The key factors in relation to allegations against staff are as follows:
- It is essential that schools keep accurate records of all incidents and concerns arising in connection with a member of staff so that historical patterns can be detected (unless an allegation is found to be malicious).
- Whilst it is important to protect staff against malicious allegations, all concerns and complaints need to be treated in an open-minded way, and all evidence carefully recorded.
- Child protection training should aim to help recognition of grooming and ensure external advice is sought in any case causing concern.
If you are worried about raising concerns then please contact ATL for help, advice and support.
It is important to remember that there is a prohibition on reporting or publishing allegations about teachers. That prohibition ends if a teacher is charged but you must be very careful about maintaining confidentiality if you have raised concerns.
You should also be aware of the risk of a defamation action when making allegations that a criminal offence has been committed. Whilst there are protections in place, any person should be particularly careful about what they say to the press, the public and on social networking. Raising concerns through the official channels is by far the safest option.
Protection for whistleblowers
In terms of employment, an individual is protected from suffering a detriment or being dismissed for having made a protected disclosure (known more commonly as whistleblowing).
A protected disclosure is one that is made in the public interest and shows that a number of certain specified events has occurred, is occurring or is likely to occur.
Two of the specified events are that of danger to the health and safety of an individual and a failure to comply with any legal obligation (the other events are set out in the Public Disclosure Act 1998). Any potential issue surrounding the welfare of a child is likely to fall into the first category; whilst a failure by the school or college to report concerns may fall into the second.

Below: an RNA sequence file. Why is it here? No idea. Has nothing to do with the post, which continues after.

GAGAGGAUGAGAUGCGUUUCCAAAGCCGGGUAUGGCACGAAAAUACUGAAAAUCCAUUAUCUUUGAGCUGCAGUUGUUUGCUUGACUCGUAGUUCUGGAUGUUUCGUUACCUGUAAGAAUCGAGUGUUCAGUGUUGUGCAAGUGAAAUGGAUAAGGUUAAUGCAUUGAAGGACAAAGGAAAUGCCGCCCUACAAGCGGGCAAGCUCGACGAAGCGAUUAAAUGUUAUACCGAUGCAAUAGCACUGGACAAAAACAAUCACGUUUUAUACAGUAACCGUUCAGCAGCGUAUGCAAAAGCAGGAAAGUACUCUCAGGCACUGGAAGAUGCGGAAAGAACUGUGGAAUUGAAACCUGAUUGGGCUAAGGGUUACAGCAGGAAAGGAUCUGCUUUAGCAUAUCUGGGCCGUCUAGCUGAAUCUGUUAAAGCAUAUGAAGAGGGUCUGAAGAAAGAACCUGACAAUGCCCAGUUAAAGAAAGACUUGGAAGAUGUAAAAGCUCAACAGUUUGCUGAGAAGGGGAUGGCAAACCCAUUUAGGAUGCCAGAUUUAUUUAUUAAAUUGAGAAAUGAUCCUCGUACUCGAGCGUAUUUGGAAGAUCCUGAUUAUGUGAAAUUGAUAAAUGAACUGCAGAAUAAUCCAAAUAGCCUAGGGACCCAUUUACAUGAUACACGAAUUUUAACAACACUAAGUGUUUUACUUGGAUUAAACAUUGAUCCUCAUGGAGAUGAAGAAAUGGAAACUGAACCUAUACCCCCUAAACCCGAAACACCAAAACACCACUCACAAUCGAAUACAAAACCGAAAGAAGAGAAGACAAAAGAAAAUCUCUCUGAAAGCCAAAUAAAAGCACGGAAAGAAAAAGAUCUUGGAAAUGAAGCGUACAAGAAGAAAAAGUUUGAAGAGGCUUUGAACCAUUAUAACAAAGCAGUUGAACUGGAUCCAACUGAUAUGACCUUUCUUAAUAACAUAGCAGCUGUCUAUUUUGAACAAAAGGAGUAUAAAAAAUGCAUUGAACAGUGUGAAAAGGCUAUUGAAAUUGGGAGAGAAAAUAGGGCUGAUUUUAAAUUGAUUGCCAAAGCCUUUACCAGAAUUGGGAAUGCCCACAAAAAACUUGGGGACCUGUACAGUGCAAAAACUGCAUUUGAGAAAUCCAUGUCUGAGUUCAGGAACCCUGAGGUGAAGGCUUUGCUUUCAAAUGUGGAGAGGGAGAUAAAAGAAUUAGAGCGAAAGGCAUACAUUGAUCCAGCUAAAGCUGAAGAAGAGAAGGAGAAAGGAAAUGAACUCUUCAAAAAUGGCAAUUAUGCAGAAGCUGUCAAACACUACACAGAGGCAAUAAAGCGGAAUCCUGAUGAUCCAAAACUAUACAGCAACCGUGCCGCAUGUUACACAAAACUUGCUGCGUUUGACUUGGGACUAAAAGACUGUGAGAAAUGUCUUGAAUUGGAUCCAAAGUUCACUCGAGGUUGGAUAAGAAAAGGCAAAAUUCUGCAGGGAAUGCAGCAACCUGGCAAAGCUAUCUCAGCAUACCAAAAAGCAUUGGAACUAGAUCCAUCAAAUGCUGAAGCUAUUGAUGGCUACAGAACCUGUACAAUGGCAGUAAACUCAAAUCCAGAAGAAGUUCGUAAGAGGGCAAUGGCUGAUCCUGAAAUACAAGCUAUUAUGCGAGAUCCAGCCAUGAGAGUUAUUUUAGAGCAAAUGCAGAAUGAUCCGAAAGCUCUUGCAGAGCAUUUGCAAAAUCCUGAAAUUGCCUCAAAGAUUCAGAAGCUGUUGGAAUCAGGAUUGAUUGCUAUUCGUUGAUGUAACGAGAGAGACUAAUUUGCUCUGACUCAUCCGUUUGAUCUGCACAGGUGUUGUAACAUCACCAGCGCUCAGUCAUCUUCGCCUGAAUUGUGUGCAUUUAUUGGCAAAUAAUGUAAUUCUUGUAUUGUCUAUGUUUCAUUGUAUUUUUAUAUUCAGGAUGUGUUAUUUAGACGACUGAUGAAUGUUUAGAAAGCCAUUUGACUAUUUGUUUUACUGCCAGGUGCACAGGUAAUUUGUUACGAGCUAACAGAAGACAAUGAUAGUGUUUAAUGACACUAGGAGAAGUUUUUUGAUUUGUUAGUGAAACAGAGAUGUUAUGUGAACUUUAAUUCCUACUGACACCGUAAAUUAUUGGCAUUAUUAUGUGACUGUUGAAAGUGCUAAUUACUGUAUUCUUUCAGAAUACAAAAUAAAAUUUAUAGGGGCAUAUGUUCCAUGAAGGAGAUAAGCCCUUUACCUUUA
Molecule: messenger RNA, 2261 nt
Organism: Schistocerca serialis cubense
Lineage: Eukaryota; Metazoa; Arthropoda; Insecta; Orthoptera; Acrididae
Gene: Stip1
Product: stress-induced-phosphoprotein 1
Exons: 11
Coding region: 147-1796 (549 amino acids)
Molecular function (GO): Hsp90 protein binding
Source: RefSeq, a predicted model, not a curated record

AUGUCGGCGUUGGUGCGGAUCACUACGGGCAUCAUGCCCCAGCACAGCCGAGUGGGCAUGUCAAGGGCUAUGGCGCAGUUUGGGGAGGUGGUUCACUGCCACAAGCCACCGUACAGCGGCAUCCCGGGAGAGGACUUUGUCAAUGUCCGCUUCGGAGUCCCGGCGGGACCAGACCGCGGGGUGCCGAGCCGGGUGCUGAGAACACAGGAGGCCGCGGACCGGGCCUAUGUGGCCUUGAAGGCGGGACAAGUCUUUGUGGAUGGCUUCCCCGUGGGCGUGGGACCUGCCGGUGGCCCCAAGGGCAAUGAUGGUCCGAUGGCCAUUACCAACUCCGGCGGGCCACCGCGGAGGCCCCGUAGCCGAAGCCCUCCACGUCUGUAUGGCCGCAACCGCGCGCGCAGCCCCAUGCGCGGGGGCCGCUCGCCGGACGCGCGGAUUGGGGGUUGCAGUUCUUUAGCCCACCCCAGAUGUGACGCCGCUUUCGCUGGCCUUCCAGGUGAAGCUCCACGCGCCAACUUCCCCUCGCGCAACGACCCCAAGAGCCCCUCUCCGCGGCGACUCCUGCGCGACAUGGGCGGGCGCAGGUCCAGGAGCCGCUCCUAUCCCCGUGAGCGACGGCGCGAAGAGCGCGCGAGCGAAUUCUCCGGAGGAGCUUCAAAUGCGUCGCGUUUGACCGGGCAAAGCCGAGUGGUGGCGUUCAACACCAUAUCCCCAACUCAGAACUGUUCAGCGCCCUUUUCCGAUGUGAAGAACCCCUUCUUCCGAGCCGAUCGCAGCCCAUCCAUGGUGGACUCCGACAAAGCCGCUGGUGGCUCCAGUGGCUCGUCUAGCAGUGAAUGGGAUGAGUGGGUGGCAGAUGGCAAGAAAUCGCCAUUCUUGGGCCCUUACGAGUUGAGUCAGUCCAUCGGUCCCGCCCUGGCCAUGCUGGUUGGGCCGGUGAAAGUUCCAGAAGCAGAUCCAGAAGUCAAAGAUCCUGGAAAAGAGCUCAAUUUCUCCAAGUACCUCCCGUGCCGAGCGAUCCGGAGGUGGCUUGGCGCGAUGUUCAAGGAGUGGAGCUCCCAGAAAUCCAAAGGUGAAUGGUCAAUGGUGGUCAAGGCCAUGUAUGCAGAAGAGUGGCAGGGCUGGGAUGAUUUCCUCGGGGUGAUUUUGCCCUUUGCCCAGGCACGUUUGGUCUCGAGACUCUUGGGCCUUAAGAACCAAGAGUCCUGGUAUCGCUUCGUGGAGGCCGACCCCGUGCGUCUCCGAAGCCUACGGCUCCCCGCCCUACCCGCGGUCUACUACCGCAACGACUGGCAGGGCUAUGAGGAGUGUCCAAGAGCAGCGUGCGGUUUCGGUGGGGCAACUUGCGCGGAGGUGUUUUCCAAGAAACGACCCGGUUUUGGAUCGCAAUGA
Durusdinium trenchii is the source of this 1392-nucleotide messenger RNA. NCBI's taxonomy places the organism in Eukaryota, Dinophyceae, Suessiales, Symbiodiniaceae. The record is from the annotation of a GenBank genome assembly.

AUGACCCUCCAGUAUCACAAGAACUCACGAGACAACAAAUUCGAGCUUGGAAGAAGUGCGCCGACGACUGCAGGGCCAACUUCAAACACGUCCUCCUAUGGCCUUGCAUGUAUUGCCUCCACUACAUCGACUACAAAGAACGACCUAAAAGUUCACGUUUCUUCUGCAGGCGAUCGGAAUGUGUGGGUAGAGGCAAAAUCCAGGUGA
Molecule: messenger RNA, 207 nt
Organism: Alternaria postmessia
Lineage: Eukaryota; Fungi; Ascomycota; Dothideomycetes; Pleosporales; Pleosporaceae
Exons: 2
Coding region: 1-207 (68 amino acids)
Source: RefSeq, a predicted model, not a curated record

The term "public interest" is interpreted widely, so that disclosure about a child's welfare would probably be deemed to be in the public interest. The legislation is clear that anyone who believes that one of the events has occurred or is likely to occur should seek to resolve any concerns with their employer first, but disclosure can be made to someone else i.e. the local authority or police if a disclosure has been made to the employer but no action has been taken. The disclosure must be made in good faith. The law in this area is very complex and you should seek advice from ATL before taking any action. Members should never speak to the press or any other third party without seeking advice from ATL first. A whistleblowing factsheet has been published by ATL.
You may feel particularly vulnerable if you are making allegations or expressing concerns about other members of staff. The whistleblowing legislation has been amended to make it explicit that an employer will be responsible for detrimental behaviour by other workers even if that behaviour was without their knowledge or approval. The school or college must also protect staff from assaults (verbal or physical) by parents or carers (which may include posts on social media sites). Clearly many of these issues are highly emotive and staff can feel exposed once they have raised concerns. ATL has produced guidance on Violence, Threatening Behaviour and Abuse, which includes a section on action that the school or college should take if such behaviour arises from parents. You should also consider making a report to the police.
You should always be supported by your school or college if parents or carers complain about any report that you have made. If you are not feeling supported in such circumstances you should contact ATL straightaway for advice and support. A decision to report concerns can be a difficult one and ATL believes that no one should hesitate to do so for fear of repercussions to that individual.